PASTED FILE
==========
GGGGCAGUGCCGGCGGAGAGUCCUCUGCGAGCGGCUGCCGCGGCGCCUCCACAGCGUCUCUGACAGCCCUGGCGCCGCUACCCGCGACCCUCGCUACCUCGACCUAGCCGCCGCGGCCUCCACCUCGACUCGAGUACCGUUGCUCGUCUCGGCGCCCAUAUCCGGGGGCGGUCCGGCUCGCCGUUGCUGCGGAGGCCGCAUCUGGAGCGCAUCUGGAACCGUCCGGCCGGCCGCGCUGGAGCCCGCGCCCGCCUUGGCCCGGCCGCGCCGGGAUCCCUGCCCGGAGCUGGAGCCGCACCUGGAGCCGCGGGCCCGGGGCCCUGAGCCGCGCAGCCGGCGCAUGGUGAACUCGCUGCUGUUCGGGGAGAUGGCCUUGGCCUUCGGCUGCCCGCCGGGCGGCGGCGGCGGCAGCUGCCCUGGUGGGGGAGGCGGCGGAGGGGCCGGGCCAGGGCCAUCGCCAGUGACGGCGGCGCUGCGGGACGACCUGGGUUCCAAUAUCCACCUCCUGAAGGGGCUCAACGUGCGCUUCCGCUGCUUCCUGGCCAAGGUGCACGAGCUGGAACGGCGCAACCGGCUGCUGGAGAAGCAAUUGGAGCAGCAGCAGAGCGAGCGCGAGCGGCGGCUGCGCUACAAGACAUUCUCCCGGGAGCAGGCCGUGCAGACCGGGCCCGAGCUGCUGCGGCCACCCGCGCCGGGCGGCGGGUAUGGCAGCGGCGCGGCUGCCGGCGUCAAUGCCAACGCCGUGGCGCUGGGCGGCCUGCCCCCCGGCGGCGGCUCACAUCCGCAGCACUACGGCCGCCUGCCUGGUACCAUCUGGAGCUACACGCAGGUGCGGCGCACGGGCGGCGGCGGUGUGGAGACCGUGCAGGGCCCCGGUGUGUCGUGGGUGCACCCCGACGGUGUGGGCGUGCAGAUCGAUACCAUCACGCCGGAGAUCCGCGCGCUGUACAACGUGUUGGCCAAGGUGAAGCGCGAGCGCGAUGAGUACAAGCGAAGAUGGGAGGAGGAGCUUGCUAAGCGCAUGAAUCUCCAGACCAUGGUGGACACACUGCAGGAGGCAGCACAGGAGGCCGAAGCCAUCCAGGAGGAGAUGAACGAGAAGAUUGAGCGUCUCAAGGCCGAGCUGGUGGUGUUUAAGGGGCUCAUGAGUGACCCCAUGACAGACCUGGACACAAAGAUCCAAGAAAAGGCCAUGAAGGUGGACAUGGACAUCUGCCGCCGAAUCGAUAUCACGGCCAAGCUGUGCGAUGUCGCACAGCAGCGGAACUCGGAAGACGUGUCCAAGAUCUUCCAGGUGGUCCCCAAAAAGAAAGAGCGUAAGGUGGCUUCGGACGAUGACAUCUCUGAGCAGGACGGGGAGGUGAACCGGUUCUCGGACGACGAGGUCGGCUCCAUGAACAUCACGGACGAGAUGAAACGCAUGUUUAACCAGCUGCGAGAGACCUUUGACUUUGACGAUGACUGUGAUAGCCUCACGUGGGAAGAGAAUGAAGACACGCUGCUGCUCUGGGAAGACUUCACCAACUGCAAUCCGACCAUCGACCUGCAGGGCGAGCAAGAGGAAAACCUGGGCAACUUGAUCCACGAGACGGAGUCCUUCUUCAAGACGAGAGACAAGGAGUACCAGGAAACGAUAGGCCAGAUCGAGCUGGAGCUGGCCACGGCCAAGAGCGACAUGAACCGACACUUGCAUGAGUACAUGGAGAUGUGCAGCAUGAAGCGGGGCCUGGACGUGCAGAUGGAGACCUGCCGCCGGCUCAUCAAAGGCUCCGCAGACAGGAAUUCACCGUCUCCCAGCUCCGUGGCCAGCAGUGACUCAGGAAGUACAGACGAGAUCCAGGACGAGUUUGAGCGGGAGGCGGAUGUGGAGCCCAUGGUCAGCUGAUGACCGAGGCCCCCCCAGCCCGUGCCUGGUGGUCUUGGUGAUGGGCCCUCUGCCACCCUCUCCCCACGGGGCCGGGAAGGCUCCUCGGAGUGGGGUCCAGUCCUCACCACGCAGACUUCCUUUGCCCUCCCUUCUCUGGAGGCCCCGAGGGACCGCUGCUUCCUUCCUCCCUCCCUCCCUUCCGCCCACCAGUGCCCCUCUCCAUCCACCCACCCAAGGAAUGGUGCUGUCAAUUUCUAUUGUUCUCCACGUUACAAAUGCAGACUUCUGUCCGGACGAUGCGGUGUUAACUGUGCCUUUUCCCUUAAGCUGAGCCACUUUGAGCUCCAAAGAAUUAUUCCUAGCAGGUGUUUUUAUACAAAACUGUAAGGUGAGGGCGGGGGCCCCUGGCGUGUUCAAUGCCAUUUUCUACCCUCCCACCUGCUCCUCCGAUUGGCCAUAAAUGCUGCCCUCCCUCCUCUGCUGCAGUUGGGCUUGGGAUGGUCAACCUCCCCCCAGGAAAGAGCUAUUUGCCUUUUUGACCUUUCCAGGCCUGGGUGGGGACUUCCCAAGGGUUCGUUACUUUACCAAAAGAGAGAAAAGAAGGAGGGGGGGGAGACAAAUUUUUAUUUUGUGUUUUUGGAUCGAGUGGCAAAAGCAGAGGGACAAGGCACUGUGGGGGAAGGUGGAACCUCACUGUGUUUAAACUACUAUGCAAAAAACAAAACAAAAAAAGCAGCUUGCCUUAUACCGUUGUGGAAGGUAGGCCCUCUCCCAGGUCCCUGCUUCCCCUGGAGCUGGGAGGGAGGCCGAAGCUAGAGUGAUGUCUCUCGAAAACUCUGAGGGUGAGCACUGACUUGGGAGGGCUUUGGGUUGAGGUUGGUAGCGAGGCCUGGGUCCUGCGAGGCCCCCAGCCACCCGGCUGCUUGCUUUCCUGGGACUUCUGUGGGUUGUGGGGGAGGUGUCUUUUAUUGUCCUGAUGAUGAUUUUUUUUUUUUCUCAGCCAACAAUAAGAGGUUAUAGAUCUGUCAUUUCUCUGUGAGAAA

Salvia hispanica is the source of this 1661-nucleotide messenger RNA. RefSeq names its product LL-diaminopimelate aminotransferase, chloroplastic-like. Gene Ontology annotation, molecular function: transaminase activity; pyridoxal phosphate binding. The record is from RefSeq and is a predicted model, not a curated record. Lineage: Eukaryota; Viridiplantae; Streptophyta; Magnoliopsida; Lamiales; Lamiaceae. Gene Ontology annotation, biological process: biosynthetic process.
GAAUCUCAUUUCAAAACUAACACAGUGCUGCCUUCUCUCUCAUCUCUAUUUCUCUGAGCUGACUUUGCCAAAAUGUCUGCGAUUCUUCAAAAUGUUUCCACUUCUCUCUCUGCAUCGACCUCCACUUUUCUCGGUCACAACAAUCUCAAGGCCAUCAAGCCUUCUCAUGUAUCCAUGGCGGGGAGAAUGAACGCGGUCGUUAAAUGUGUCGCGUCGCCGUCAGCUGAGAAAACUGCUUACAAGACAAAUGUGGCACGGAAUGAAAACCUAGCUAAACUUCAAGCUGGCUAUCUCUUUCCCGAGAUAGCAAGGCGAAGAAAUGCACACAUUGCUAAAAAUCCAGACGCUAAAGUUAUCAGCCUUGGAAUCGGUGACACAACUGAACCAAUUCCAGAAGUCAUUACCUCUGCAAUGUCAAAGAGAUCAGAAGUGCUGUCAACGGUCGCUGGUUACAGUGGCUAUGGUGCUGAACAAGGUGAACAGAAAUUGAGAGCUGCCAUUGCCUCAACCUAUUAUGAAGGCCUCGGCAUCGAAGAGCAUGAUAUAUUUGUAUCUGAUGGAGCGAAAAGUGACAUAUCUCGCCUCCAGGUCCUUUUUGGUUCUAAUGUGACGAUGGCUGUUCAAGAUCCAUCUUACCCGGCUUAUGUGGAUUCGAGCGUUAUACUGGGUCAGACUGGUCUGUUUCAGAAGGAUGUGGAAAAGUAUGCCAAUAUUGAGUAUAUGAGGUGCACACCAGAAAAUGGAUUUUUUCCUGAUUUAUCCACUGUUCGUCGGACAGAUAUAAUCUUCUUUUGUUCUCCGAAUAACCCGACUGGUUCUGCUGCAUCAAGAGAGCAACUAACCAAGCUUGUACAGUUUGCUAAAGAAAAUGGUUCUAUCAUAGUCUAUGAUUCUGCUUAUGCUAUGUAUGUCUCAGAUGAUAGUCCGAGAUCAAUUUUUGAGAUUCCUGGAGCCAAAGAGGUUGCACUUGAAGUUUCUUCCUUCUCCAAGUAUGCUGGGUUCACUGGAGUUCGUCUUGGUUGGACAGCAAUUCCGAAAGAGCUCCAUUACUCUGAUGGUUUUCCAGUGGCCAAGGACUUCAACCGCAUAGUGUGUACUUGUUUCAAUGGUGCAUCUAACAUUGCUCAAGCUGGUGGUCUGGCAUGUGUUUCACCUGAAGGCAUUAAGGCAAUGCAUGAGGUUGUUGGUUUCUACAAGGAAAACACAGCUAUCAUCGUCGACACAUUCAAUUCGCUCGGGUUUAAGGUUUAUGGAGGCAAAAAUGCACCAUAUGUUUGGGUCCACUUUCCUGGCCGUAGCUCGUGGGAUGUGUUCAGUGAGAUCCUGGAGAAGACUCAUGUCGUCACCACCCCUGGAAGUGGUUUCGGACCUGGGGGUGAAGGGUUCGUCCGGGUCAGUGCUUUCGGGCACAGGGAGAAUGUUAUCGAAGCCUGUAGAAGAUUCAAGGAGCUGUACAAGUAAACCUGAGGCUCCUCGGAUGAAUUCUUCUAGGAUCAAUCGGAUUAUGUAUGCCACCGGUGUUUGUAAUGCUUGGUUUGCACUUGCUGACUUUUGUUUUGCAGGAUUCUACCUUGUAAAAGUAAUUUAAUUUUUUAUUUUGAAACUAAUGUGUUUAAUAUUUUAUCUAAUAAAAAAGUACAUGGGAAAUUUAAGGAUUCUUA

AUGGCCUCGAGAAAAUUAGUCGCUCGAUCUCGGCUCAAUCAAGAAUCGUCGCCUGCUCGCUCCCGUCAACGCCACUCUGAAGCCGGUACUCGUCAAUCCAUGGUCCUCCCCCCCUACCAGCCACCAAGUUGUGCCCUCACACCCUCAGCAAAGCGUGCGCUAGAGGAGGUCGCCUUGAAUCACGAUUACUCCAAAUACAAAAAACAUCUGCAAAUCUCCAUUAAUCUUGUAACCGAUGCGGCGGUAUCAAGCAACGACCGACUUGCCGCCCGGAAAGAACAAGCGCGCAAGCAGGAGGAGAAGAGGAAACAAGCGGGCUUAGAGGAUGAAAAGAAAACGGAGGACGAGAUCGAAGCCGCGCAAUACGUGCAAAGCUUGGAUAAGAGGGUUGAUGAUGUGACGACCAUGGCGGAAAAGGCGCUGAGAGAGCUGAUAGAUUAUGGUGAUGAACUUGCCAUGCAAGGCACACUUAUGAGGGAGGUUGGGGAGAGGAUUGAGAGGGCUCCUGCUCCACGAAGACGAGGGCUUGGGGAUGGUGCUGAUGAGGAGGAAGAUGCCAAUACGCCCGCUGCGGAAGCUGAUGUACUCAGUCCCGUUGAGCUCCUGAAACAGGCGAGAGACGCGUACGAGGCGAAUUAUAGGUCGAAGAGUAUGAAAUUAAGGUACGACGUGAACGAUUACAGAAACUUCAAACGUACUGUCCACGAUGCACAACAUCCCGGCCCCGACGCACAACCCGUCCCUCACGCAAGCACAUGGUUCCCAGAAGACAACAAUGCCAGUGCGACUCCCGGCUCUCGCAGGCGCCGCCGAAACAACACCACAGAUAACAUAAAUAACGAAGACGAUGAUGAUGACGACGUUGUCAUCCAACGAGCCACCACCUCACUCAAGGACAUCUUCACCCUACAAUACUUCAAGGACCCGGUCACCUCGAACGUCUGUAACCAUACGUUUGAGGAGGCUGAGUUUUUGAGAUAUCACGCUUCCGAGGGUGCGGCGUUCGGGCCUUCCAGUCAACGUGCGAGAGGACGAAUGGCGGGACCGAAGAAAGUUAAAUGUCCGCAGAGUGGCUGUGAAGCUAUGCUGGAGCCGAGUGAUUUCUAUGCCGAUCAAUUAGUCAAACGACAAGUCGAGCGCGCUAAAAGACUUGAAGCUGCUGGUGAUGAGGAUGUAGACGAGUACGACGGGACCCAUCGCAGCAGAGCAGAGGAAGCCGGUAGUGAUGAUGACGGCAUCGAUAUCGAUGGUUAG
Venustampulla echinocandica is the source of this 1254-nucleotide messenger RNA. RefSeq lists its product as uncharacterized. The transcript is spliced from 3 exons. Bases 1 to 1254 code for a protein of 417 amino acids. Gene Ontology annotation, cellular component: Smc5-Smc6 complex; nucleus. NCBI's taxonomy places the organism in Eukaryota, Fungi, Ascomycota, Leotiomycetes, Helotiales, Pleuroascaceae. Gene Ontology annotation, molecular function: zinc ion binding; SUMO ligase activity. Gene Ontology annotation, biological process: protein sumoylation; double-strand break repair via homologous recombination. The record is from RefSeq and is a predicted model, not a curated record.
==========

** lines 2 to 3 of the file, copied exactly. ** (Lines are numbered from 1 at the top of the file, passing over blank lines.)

Salvia hispanica is the source of this 1661-nucleotide messenger RNA. RefSeq names its product LL-diaminopimelate aminotransferase, chloroplastic-like. Gene Ontology annotation, molecular function: transaminase activity; pyridoxal phosphate binding. The record is from RefSeq and is a predicted model, not a curated record. Lineage: Eukaryota; Viridiplantae; Streptophyta; Magnoliopsida; Lamiales; Lamiaceae. Gene Ontology annotation, biological process: biosynthetic process.
GAAUCUCAUUUCAAAACUAACACAGUGCUGCCUUCUCUCUCAUCUCUAUUUCUCUGAGCUGACUUUGCCAAAAUGUCUGCGAUUCUUCAAAAUGUUUCCACUUCUCUCUCUGCAUCGACCUCCACUUUUCUCGGUCACAACAAUCUCAAGGCCAUCAAGCCUUCUCAUGUAUCCAUGGCGGGGAGAAUGAACGCGGUCGUUAAAUGUGUCGCGUCGCCGUCAGCUGAGAAAACUGCUUACAAGACAAAUGUGGCACGGAAUGAAAACCUAGCUAAACUUCAAGCUGGCUAUCUCUUUCCCGAGAUAGCAAGGCGAAGAAAUGCACACAUUGCUAAAAAUCCAGACGCUAAAGUUAUCAGCCUUGGAAUCGGUGACACAACUGAACCAAUUCCAGAAGUCAUUACCUCUGCAAUGUCAAAGAGAUCAGAAGUGCUGUCAACGGUCGCUGGUUACAGUGGCUAUGGUGCUGAACAAGGUGAACAGAAAUUGAGAGCUGCCAUUGCCUCAACCUAUUAUGAAGGCCUCGGCAUCGAAGAGCAUGAUAUAUUUGUAUCUGAUGGAGCGAAAAGUGACAUAUCUCGCCUCCAGGUCCUUUUUGGUUCUAAUGUGACGAUGGCUGUUCAAGAUCCAUCUUACCCGGCUUAUGUGGAUUCGAGCGUUAUACUGGGUCAGACUGGUCUGUUUCAGAAGGAUGUGGAAAAGUAUGCCAAUAUUGAGUAUAUGAGGUGCACACCAGAAAAUGGAUUUUUUCCUGAUUUAUCCACUGUUCGUCGGACAGAUAUAAUCUUCUUUUGUUCUCCGAAUAACCCGACUGGUUCUGCUGCAUCAAGAGAGCAACUAACCAAGCUUGUACAGUUUGCUAAAGAAAAUGGUUCUAUCAUAGUCUAUGAUUCUGCUUAUGCUAUGUAUGUCUCAGAUGAUAGUCCGAGAUCAAUUUUUGAGAUUCCUGGAGCCAAAGAGGUUGCACUUGAAGUUUCUUCCUUCUCCAAGUAUGCUGGGUUCACUGGAGUUCGUCUUGGUUGGACAGCAAUUCCGAAAGAGCUCCAUUACUCUGAUGGUUUUCCAGUGGCCAAGGACUUCAACCGCAUAGUGUGUACUUGUUUCAAUGGUGCAUCUAACAUUGCUCAAGCUGGUGGUCUGGCAUGUGUUUCACCUGAAGGCAUUAAGGCAAUGCAUGAGGUUGUUGGUUUCUACAAGGAAAACACAGCUAUCAUCGUCGACACAUUCAAUUCGCUCGGGUUUAAGGUUUAUGGAGGCAAAAAUGCACCAUAUGUUUGGGUCCACUUUCCUGGCCGUAGCUCGUGGGAUGUGUUCAGUGAGAUCCUGGAGAAGACUCAUGUCGUCACCACCCCUGGAAGUGGUUUCGGACCUGGGGGUGAAGGGUUCGUCCGGGUCAGUGCUUUCGGGCACAGGGAGAAUGUUAUCGAAGCCUGUAGAAGAUUCAAGGAGCUGUACAAGUAAACCUGAGGCUCCUCGGAUGAAUUCUUCUAGGAUCAAUCGGAUUAUGUAUGCCACCGGUGUUUGUAAUGCUUGGUUUGCACUUGCUGACUUUUGUUUUGCAGGAUUCUACCUUGUAAAAGUAAUUUAAUUUUUUAUUUUGAAACUAAUGUGUUUAAUAUUUUAUCUAAUAAAAAAGUACAUGGGAAAUUUAAGGAUUCUUA